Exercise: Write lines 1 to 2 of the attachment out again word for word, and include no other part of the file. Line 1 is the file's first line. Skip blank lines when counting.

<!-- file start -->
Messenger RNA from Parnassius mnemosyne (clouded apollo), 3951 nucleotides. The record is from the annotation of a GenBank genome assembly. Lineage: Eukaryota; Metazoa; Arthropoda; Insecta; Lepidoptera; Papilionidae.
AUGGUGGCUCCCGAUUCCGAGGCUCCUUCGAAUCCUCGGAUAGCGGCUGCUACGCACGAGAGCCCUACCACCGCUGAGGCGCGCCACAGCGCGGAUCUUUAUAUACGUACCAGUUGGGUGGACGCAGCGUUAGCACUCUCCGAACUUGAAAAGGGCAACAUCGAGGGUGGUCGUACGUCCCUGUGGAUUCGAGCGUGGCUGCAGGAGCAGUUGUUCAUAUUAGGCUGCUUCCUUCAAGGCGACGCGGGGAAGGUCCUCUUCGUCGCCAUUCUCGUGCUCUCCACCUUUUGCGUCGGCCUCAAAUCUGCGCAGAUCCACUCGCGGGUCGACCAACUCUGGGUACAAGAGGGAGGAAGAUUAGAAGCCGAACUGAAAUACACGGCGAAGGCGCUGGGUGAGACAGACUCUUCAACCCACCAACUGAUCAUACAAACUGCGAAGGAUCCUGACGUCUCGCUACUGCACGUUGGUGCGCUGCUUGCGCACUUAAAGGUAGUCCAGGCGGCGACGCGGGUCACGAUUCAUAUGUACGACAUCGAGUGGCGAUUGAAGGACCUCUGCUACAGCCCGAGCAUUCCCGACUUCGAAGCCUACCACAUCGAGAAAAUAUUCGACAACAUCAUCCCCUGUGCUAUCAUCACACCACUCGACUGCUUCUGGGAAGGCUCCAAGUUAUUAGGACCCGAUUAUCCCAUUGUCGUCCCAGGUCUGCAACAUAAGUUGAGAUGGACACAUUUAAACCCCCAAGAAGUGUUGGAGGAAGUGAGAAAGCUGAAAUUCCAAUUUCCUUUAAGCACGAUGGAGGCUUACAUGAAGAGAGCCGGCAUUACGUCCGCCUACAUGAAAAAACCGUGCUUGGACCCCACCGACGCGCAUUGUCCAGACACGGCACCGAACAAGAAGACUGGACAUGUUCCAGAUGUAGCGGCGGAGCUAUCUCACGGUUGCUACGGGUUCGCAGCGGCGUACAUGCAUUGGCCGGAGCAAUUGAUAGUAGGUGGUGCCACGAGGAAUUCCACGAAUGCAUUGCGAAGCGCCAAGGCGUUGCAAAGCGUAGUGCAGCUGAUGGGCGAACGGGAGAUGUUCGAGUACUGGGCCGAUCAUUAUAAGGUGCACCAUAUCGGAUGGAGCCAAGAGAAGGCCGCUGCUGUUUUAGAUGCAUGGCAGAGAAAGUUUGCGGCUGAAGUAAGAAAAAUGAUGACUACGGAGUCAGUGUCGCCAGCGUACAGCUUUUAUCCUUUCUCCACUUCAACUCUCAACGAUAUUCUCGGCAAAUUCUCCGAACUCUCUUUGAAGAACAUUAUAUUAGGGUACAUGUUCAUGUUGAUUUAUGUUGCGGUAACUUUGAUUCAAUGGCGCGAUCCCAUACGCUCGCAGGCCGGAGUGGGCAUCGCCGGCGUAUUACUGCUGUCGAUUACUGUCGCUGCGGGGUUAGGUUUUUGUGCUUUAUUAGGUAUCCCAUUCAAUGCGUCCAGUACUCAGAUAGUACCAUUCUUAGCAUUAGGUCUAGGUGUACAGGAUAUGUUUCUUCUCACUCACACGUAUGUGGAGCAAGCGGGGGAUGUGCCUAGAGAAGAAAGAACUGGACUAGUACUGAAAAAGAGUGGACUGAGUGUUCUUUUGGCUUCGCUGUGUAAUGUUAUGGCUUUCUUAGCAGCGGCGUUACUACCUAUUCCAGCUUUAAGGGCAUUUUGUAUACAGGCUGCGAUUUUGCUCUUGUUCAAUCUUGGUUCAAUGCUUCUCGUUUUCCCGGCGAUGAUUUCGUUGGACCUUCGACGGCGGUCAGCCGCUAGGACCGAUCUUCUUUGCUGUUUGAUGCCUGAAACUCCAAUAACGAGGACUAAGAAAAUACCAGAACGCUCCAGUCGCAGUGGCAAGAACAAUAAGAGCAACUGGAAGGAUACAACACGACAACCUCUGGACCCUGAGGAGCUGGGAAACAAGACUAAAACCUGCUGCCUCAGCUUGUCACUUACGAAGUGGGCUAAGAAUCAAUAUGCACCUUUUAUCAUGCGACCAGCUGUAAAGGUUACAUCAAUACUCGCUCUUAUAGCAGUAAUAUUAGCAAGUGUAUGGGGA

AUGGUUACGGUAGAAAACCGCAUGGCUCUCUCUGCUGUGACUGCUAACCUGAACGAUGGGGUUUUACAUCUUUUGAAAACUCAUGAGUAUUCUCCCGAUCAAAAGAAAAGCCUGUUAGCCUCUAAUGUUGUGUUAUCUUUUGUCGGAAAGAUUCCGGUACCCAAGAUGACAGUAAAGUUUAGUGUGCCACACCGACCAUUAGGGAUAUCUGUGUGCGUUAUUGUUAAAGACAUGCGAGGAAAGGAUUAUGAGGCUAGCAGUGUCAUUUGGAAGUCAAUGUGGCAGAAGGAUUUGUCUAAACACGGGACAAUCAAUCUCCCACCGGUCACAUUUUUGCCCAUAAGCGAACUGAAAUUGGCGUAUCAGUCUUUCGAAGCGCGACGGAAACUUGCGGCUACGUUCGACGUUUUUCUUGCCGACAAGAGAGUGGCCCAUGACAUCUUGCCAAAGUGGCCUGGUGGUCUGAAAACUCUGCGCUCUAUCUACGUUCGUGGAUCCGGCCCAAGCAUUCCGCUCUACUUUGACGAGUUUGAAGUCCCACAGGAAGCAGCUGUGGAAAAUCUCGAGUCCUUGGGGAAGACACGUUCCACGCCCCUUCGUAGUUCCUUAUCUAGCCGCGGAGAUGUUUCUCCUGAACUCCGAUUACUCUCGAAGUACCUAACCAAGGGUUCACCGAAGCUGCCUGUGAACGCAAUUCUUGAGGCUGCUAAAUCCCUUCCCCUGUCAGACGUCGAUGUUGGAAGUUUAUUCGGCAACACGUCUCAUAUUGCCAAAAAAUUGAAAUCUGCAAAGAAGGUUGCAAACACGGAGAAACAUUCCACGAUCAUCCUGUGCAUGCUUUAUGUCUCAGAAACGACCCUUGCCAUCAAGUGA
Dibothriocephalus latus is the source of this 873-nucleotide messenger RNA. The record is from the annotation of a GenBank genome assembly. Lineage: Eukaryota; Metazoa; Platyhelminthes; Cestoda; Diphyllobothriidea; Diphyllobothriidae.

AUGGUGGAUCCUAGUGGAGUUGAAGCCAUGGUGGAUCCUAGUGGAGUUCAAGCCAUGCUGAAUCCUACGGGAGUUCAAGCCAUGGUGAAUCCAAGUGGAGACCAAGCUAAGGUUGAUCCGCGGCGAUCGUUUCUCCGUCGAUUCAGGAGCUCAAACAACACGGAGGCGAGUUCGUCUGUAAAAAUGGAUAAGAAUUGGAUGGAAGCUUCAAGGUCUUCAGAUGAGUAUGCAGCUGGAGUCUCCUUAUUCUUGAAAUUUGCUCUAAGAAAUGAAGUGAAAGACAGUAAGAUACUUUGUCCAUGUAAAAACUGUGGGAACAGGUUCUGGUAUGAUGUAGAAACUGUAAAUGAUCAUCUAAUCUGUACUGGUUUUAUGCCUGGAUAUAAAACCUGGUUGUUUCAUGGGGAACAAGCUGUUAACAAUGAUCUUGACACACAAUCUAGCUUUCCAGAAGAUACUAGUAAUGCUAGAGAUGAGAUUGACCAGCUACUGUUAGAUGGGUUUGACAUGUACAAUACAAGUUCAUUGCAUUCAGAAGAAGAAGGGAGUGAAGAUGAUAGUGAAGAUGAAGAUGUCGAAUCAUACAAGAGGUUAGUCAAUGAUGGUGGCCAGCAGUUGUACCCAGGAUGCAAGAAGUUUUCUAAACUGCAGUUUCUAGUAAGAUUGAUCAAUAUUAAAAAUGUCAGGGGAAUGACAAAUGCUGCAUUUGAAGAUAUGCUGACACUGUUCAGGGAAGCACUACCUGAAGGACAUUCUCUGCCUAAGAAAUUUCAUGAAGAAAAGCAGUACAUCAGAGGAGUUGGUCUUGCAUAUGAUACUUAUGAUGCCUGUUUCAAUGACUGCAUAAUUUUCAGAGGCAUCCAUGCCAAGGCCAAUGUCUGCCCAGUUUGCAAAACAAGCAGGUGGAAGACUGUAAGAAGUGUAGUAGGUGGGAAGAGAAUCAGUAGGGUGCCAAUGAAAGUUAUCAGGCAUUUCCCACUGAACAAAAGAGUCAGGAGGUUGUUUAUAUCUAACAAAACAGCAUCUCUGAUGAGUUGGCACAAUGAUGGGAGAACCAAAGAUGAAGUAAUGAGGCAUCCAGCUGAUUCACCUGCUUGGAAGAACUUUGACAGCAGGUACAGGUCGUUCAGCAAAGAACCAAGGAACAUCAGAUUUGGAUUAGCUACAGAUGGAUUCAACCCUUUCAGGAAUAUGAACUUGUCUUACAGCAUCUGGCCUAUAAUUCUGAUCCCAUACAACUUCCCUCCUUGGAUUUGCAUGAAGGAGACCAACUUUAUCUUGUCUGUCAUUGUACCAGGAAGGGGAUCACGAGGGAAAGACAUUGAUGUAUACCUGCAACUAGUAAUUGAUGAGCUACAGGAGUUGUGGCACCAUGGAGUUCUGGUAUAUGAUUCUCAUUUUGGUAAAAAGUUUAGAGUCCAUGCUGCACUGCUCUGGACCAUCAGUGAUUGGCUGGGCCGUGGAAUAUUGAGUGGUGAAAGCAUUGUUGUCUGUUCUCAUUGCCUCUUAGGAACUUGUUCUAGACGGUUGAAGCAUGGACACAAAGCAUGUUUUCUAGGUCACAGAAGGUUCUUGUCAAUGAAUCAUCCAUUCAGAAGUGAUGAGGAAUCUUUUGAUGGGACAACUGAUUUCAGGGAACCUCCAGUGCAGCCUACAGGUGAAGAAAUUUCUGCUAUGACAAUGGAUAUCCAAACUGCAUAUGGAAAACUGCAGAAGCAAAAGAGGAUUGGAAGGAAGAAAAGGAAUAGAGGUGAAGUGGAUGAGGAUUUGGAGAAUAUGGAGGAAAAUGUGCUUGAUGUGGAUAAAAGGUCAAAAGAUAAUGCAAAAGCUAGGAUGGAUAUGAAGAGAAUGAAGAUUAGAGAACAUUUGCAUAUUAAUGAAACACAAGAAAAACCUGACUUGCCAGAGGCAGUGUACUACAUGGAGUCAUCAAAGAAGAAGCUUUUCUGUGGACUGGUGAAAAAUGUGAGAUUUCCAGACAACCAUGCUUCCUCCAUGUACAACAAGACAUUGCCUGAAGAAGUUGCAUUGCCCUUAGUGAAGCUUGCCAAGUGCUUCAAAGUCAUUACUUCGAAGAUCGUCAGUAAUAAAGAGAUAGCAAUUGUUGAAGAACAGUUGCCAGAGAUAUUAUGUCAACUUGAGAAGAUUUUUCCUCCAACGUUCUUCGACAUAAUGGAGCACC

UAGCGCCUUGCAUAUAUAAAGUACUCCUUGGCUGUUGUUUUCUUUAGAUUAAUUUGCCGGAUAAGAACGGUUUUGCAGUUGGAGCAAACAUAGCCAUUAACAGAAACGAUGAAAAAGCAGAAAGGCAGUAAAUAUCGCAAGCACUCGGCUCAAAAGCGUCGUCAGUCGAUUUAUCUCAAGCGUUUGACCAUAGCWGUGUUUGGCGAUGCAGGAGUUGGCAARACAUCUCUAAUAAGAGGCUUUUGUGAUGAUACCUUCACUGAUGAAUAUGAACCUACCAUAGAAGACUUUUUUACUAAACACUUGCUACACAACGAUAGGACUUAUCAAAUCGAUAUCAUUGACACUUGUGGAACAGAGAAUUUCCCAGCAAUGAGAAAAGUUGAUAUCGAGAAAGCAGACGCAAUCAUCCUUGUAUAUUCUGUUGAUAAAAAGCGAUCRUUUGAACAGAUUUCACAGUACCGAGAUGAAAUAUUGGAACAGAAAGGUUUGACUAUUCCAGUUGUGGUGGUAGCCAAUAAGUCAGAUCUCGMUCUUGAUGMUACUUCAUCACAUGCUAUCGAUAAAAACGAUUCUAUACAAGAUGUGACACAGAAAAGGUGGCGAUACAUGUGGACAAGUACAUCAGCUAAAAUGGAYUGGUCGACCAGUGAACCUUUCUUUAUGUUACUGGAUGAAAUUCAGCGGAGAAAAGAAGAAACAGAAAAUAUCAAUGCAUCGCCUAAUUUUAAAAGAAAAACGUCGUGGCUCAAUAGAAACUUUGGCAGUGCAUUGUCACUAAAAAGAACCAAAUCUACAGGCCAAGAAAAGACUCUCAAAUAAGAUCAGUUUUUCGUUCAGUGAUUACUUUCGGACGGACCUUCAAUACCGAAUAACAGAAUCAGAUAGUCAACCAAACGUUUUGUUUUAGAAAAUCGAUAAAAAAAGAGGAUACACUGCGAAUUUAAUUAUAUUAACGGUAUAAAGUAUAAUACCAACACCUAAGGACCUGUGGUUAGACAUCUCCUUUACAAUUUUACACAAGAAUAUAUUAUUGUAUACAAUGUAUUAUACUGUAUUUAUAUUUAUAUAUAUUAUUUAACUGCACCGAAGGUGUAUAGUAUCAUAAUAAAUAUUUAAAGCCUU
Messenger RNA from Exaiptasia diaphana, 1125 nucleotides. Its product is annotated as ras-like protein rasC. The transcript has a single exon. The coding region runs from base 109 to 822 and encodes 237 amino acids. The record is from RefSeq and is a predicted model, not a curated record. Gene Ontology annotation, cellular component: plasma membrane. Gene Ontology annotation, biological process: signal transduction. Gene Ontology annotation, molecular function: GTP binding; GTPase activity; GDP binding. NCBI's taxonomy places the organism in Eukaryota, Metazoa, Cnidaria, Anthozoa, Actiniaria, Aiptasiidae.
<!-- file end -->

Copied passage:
Messenger RNA from Parnassius mnemosyne (clouded apollo), 3951 nucleotides. The record is from the annotation of a GenBank genome assembly. Lineage: Eukaryota; Metazoa; Arthropoda; Insecta; Lepidoptera; Papilionidae.
AUGGUGGCUCCCGAUUCCGAGGCUCCUUCGAAUCCUCGGAUAGCGGCUGCUACGCACGAGAGCCCUACCACCGCUGAGGCGCGCCACAGCGCGGAUCUUUAUAUACGUACCAGUUGGGUGGACGCAGCGUUAGCACUCUCCGAACUUGAAAAGGGCAACAUCGAGGGUGGUCGUACGUCCCUGUGGAUUCGAGCGUGGCUGCAGGAGCAGUUGUUCAUAUUAGGCUGCUUCCUUCAAGGCGACGCGGGGAAGGUCCUCUUCGUCGCCAUUCUCGUGCUCUCCACCUUUUGCGUCGGCCUCAAAUCUGCGCAGAUCCACUCGCGGGUCGACCAACUCUGGGUACAAGAGGGAGGAAGAUUAGAAGCCGAACUGAAAUACACGGCGAAGGCGCUGGGUGAGACAGACUCUUCAACCCACCAACUGAUCAUACAAACUGCGAAGGAUCCUGACGUCUCGCUACUGCACGUUGGUGCGCUGCUUGCGCACUUAAAGGUAGUCCAGGCGGCGACGCGGGUCACGAUUCAUAUGUACGACAUCGAGUGGCGAUUGAAGGACCUCUGCUACAGCCCGAGCAUUCCCGACUUCGAAGCCUACCACAUCGAGAAAAUAUUCGACAACAUCAUCCCCUGUGCUAUCAUCACACCACUCGACUGCUUCUGGGAAGGCUCCAAGUUAUUAGGACCCGAUUAUCCCAUUGUCGUCCCAGGUCUGCAACAUAAGUUGAGAUGGACACAUUUAAACCCCCAAGAAGUGUUGGAGGAAGUGAGAAAGCUGAAAUUCCAAUUUCCUUUAAGCACGAUGGAGGCUUACAUGAAGAGAGCCGGCAUUACGUCCGCCUACAUGAAAAAACCGUGCUUGGACCCCACCGACGCGCAUUGUCCAGACACGGCACCGAACAAGAAGACUGGACAUGUUCCAGAUGUAGCGGCGGAGCUAUCUCACGGUUGCUACGGGUUCGCAGCGGCGUACAUGCAUUGGCCGGAGCAAUUGAUAGUAGGUGGUGCCACGAGGAAUUCCACGAAUGCAUUGCGAAGCGCCAAGGCGUUGCAAAGCGUAGUGCAGCUGAUGGGCGAACGGGAGAUGUUCGAGUACUGGGCCGAUCAUUAUAAGGUGCACCAUAUCGGAUGGAGCCAAGAGAAGGCCGCUGCUGUUUUAGAUGCAUGGCAGAGAAAGUUUGCGGCUGAAGUAAGAAAAAUGAUGACUACGGAGUCAGUGUCGCCAGCGUACAGCUUUUAUCCUUUCUCCACUUCAACUCUCAACGAUAUUCUCGGCAAAUUCUCCGAACUCUCUUUGAAGAACAUUAUAUUAGGGUACAUGUUCAUGUUGAUUUAUGUUGCGGUAACUUUGAUUCAAUGGCGCGAUCCCAUACGCUCGCAGGCCGGAGUGGGCAUCGCCGGCGUAUUACUGCUGUCGAUUACUGUCGCUGCGGGGUUAGGUUUUUGUGCUUUAUUAGGUAUCCCAUUCAAUGCGUCCAGUACUCAGAUAGUACCAUUCUUAGCAUUAGGUCUAGGUGUACAGGAUAUGUUUCUUCUCACUCACACGUAUGUGGAGCAAGCGGGGGAUGUGCCUAGAGAAGAAAGAACUGGACUAGUACUGAAAAAGAGUGGACUGAGUGUUCUUUUGGCUUCGCUGUGUAAUGUUAUGGCUUUCUUAGCAGCGGCGUUACUACCUAUUCCAGCUUUAAGGGCAUUUUGUAUACAGGCUGCGAUUUUGCUCUUGUUCAAUCUUGGUUCAAUGCUUCUCGUUUUCCCGGCGAUGAUUUCGUUGGACCUUCGACGGCGGUCAGCCGCUAGGACCGAUCUUCUUUGCUGUUUGAUGCCUGAAACUCCAAUAACGAGGACUAAGAAAAUACCAGAACGCUCCAGUCGCAGUGGCAAGAACAAUAAGAGCAACUGGAAGGAUACAACACGACAACCUCUGGACCCUGAGGAGCUGGGAAACAAGACUAAAACCUGCUGCCUCAGCUUGUCACUUACGAAGUGGGCUAAGAAUCAAUAUGCACCUUUUAUCAUGCGACCAGCUGUAAAGGUUACAUCAAUACUCGCUCUUAUAGCAGUAAUAUUAGCAAGUGUAUGGGGA